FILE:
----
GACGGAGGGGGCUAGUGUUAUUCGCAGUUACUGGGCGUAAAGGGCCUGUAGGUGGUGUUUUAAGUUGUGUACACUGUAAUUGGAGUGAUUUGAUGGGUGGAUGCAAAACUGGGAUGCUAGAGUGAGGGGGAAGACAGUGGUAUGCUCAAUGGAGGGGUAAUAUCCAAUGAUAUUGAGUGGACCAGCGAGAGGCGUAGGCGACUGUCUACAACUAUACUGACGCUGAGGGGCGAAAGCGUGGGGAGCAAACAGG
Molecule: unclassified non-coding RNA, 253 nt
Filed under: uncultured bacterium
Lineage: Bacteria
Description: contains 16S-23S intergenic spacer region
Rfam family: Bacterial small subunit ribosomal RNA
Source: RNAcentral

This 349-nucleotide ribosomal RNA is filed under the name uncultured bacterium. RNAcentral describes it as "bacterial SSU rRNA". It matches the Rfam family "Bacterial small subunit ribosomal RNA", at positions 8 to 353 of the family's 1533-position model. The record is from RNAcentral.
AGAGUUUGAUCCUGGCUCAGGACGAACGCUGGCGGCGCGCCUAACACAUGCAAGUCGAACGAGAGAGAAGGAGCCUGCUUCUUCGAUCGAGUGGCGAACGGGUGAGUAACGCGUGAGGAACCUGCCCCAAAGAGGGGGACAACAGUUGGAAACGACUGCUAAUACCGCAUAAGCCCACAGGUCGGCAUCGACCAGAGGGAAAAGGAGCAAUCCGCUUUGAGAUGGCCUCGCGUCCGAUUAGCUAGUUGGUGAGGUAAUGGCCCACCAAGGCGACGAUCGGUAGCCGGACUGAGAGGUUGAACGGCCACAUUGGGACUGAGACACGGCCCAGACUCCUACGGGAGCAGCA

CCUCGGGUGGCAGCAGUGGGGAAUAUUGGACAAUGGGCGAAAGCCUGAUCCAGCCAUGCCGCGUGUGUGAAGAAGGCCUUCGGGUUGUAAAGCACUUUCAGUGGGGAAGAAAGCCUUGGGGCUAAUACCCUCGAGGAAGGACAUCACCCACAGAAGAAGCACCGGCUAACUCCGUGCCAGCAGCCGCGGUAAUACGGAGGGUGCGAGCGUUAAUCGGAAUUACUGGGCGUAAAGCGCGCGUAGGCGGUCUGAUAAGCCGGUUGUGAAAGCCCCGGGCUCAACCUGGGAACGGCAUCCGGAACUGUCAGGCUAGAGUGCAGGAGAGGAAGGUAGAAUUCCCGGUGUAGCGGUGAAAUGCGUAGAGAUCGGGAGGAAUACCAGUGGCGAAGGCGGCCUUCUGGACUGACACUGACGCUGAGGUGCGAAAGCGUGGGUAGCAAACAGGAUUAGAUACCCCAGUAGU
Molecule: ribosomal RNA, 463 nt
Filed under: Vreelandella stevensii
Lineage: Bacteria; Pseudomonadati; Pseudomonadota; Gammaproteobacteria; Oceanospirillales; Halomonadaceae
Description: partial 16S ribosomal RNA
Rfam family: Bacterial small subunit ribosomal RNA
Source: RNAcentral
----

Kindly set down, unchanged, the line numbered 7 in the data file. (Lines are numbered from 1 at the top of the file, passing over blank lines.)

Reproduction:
Source: RNAcentral